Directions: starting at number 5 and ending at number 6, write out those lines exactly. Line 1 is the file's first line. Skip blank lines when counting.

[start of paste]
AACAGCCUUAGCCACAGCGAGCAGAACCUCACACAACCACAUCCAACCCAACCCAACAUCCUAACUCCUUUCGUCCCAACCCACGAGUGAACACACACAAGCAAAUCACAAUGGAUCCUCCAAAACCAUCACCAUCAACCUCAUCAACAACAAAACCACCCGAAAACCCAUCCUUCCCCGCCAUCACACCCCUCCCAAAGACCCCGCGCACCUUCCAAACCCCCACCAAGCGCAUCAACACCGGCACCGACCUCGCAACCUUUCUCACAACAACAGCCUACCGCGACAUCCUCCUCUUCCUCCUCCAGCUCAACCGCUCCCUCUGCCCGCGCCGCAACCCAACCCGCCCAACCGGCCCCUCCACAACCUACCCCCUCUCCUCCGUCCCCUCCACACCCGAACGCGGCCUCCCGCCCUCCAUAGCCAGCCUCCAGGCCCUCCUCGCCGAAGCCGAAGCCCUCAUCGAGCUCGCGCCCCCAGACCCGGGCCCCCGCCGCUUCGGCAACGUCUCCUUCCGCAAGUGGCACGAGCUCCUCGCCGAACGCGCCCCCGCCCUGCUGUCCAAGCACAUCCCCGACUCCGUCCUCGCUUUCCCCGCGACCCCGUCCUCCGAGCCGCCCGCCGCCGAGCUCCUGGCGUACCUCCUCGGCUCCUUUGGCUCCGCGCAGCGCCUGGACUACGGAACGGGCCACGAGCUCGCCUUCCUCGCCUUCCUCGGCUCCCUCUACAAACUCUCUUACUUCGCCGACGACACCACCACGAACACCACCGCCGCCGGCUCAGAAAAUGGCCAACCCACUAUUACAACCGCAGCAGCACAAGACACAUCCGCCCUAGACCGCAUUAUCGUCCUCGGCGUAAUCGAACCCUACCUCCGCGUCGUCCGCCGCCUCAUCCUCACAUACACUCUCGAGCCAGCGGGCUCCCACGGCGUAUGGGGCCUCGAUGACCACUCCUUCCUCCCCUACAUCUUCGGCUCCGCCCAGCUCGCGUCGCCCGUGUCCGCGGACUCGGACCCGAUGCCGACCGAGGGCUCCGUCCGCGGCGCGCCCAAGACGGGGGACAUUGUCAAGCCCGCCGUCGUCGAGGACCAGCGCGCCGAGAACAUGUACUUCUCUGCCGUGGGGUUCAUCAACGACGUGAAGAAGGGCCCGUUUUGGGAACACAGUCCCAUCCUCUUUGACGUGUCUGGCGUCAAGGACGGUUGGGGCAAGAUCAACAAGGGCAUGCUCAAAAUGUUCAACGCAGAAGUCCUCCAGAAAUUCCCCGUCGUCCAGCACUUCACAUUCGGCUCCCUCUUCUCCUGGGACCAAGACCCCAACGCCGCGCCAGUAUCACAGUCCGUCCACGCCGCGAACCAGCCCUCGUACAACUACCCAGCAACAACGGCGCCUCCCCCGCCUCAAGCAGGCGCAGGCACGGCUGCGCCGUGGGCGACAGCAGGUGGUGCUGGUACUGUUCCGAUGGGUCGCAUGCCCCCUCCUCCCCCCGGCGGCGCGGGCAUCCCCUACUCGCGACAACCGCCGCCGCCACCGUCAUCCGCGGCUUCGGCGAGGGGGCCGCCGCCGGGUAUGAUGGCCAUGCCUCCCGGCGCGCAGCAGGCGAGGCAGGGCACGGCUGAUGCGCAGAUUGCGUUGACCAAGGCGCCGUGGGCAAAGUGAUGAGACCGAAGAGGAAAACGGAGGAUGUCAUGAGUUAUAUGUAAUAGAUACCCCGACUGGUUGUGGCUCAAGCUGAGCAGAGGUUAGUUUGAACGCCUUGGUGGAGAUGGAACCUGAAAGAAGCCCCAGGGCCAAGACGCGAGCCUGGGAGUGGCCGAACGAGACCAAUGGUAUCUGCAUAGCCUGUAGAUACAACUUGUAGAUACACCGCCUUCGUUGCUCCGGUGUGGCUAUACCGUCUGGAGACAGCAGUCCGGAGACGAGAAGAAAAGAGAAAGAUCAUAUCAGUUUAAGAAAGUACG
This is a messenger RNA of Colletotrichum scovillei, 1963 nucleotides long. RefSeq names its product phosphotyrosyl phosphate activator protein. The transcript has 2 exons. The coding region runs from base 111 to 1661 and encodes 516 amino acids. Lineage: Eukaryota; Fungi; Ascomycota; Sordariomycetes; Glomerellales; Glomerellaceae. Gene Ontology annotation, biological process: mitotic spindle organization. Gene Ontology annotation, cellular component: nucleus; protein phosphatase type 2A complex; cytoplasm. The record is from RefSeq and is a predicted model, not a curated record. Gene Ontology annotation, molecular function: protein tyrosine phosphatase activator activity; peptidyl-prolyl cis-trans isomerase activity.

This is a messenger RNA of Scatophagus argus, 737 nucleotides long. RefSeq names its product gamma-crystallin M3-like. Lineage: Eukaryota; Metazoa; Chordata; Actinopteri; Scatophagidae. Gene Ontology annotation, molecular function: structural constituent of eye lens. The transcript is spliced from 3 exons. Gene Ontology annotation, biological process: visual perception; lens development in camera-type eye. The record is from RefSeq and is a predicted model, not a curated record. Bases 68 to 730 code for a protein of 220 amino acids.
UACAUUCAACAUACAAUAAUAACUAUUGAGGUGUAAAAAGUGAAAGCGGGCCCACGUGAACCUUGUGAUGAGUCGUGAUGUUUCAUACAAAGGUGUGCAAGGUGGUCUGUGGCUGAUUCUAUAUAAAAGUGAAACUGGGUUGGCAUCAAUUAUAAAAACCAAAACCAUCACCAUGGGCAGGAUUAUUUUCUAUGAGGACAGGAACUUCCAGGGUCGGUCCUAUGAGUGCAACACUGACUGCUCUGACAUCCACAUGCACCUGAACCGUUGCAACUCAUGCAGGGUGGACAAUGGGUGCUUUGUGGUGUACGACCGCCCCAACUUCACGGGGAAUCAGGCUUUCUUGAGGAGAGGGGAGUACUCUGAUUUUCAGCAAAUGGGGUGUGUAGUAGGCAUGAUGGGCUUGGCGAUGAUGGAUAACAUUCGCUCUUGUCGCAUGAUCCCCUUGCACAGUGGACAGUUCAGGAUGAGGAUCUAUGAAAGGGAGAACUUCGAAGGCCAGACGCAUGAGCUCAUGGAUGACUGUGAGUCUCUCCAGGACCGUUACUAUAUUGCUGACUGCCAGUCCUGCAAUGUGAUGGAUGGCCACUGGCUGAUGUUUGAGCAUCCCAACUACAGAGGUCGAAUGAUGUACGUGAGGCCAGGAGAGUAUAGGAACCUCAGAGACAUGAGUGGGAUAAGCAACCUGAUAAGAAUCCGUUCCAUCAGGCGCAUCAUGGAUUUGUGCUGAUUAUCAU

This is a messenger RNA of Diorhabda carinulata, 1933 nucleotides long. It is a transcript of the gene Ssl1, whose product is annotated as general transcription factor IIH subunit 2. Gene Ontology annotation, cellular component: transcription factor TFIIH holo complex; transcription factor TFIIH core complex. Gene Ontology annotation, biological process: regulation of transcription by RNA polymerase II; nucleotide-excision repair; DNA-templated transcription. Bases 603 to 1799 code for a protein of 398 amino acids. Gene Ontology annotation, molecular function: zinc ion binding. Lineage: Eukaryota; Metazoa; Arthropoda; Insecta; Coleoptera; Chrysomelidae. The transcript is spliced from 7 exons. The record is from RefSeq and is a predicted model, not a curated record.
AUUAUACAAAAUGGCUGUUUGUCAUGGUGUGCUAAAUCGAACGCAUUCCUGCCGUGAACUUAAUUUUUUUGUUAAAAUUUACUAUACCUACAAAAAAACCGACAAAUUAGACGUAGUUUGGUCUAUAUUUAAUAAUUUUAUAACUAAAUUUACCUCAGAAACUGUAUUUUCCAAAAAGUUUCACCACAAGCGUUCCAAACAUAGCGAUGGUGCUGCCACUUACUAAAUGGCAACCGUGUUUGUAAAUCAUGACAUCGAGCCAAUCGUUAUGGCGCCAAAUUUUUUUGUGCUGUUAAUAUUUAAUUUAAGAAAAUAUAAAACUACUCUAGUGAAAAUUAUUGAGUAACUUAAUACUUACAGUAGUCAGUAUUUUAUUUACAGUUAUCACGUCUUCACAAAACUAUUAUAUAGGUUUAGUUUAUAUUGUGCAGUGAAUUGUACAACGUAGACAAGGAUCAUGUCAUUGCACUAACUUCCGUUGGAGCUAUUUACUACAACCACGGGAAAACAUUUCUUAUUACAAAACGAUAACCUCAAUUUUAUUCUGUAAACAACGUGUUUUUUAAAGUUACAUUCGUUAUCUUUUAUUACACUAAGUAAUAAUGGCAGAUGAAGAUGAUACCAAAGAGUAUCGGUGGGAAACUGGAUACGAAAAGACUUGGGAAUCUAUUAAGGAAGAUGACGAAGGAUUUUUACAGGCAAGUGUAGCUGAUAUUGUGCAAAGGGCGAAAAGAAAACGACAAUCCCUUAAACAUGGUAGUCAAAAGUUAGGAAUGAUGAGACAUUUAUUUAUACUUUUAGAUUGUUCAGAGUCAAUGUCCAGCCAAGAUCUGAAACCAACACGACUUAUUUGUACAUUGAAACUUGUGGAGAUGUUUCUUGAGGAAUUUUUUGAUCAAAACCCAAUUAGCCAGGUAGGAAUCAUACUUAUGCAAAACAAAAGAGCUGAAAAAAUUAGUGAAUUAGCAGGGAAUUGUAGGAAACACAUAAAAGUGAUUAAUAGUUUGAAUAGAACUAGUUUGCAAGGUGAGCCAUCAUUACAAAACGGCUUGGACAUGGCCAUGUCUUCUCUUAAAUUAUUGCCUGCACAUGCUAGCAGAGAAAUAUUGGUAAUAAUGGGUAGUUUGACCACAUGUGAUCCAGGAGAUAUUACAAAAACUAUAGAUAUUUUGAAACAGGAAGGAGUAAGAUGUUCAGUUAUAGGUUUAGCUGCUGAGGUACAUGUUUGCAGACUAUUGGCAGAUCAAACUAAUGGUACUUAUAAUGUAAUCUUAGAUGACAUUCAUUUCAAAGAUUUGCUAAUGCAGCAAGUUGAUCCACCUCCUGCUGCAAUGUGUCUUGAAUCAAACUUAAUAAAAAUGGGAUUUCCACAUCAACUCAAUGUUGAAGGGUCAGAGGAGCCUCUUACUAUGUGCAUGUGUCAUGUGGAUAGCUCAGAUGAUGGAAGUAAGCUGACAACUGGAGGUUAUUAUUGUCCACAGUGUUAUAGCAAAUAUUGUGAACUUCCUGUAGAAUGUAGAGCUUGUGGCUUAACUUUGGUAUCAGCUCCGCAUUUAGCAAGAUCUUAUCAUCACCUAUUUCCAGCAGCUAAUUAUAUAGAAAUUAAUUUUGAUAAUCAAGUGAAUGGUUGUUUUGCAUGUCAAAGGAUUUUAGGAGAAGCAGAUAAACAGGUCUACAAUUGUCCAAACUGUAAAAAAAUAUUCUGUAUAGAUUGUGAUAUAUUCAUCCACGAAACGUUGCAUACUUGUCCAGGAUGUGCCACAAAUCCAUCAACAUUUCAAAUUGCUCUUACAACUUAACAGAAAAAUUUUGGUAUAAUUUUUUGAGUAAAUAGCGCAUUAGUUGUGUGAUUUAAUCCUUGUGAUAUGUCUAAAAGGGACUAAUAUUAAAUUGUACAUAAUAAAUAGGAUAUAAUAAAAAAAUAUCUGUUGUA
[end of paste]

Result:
This is a messenger RNA of Diorhabda carinulata, 1933 nucleotides long. It is a transcript of the gene Ssl1, whose product is annotated as general transcription factor IIH subunit 2. Gene Ontology annotation, cellular component: transcription factor TFIIH holo complex; transcription factor TFIIH core complex. Gene Ontology annotation, biological process: regulation of transcription by RNA polymerase II; nucleotide-excision repair; DNA-templated transcription. Bases 603 to 1799 code for a protein of 398 amino acids. Gene Ontology annotation, molecular function: zinc ion binding. Lineage: Eukaryota; Metazoa; Arthropoda; Insecta; Coleoptera; Chrysomelidae. The transcript is spliced from 7 exons. The record is from RefSeq and is a predicted model, not a curated record.
AUUAUACAAAAUGGCUGUUUGUCAUGGUGUGCUAAAUCGAACGCAUUCCUGCCGUGAACUUAAUUUUUUUGUUAAAAUUUACUAUACCUACAAAAAAACCGACAAAUUAGACGUAGUUUGGUCUAUAUUUAAUAAUUUUAUAACUAAAUUUACCUCAGAAACUGUAUUUUCCAAAAAGUUUCACCACAAGCGUUCCAAACAUAGCGAUGGUGCUGCCACUUACUAAAUGGCAACCGUGUUUGUAAAUCAUGACAUCGAGCCAAUCGUUAUGGCGCCAAAUUUUUUUGUGCUGUUAAUAUUUAAUUUAAGAAAAUAUAAAACUACUCUAGUGAAAAUUAUUGAGUAACUUAAUACUUACAGUAGUCAGUAUUUUAUUUACAGUUAUCACGUCUUCACAAAACUAUUAUAUAGGUUUAGUUUAUAUUGUGCAGUGAAUUGUACAACGUAGACAAGGAUCAUGUCAUUGCACUAACUUCCGUUGGAGCUAUUUACUACAACCACGGGAAAACAUUUCUUAUUACAAAACGAUAACCUCAAUUUUAUUCUGUAAACAACGUGUUUUUUAAAGUUACAUUCGUUAUCUUUUAUUACACUAAGUAAUAAUGGCAGAUGAAGAUGAUACCAAAGAGUAUCGGUGGGAAACUGGAUACGAAAAGACUUGGGAAUCUAUUAAGGAAGAUGACGAAGGAUUUUUACAGGCAAGUGUAGCUGAUAUUGUGCAAAGGGCGAAAAGAAAACGACAAUCCCUUAAACAUGGUAGUCAAAAGUUAGGAAUGAUGAGACAUUUAUUUAUACUUUUAGAUUGUUCAGAGUCAAUGUCCAGCCAAGAUCUGAAACCAACACGACUUAUUUGUACAUUGAAACUUGUGGAGAUGUUUCUUGAGGAAUUUUUUGAUCAAAACCCAAUUAGCCAGGUAGGAAUCAUACUUAUGCAAAACAAAAGAGCUGAAAAAAUUAGUGAAUUAGCAGGGAAUUGUAGGAAACACAUAAAAGUGAUUAAUAGUUUGAAUAGAACUAGUUUGCAAGGUGAGCCAUCAUUACAAAACGGCUUGGACAUGGCCAUGUCUUCUCUUAAAUUAUUGCCUGCACAUGCUAGCAGAGAAAUAUUGGUAAUAAUGGGUAGUUUGACCACAUGUGAUCCAGGAGAUAUUACAAAAACUAUAGAUAUUUUGAAACAGGAAGGAGUAAGAUGUUCAGUUAUAGGUUUAGCUGCUGAGGUACAUGUUUGCAGACUAUUGGCAGAUCAAACUAAUGGUACUUAUAAUGUAAUCUUAGAUGACAUUCAUUUCAAAGAUUUGCUAAUGCAGCAAGUUGAUCCACCUCCUGCUGCAAUGUGUCUUGAAUCAAACUUAAUAAAAAUGGGAUUUCCACAUCAACUCAAUGUUGAAGGGUCAGAGGAGCCUCUUACUAUGUGCAUGUGUCAUGUGGAUAGCUCAGAUGAUGGAAGUAAGCUGACAACUGGAGGUUAUUAUUGUCCACAGUGUUAUAGCAAAUAUUGUGAACUUCCUGUAGAAUGUAGAGCUUGUGGCUUAACUUUGGUAUCAGCUCCGCAUUUAGCAAGAUCUUAUCAUCACCUAUUUCCAGCAGCUAAUUAUAUAGAAAUUAAUUUUGAUAAUCAAGUGAAUGGUUGUUUUGCAUGUCAAAGGAUUUUAGGAGAAGCAGAUAAACAGGUCUACAAUUGUCCAAACUGUAAAAAAAUAUUCUGUAUAGAUUGUGAUAUAUUCAUCCACGAAACGUUGCAUACUUGUCCAGGAUGUGCCACAAAUCCAUCAACAUUUCAAAUUGCUCUUACAACUUAACAGAAAAAUUUUGGUAUAAUUUUUUGAGUAAAUAGCGCAUUAGUUGUGUGAUUUAAUCCUUGUGAUAUGUCUAAAAGGGACUAAUAUUAAAUUGUACAUAAUAAAUAGGAUAUAAUAAAAAAAUAUCUGUUGUA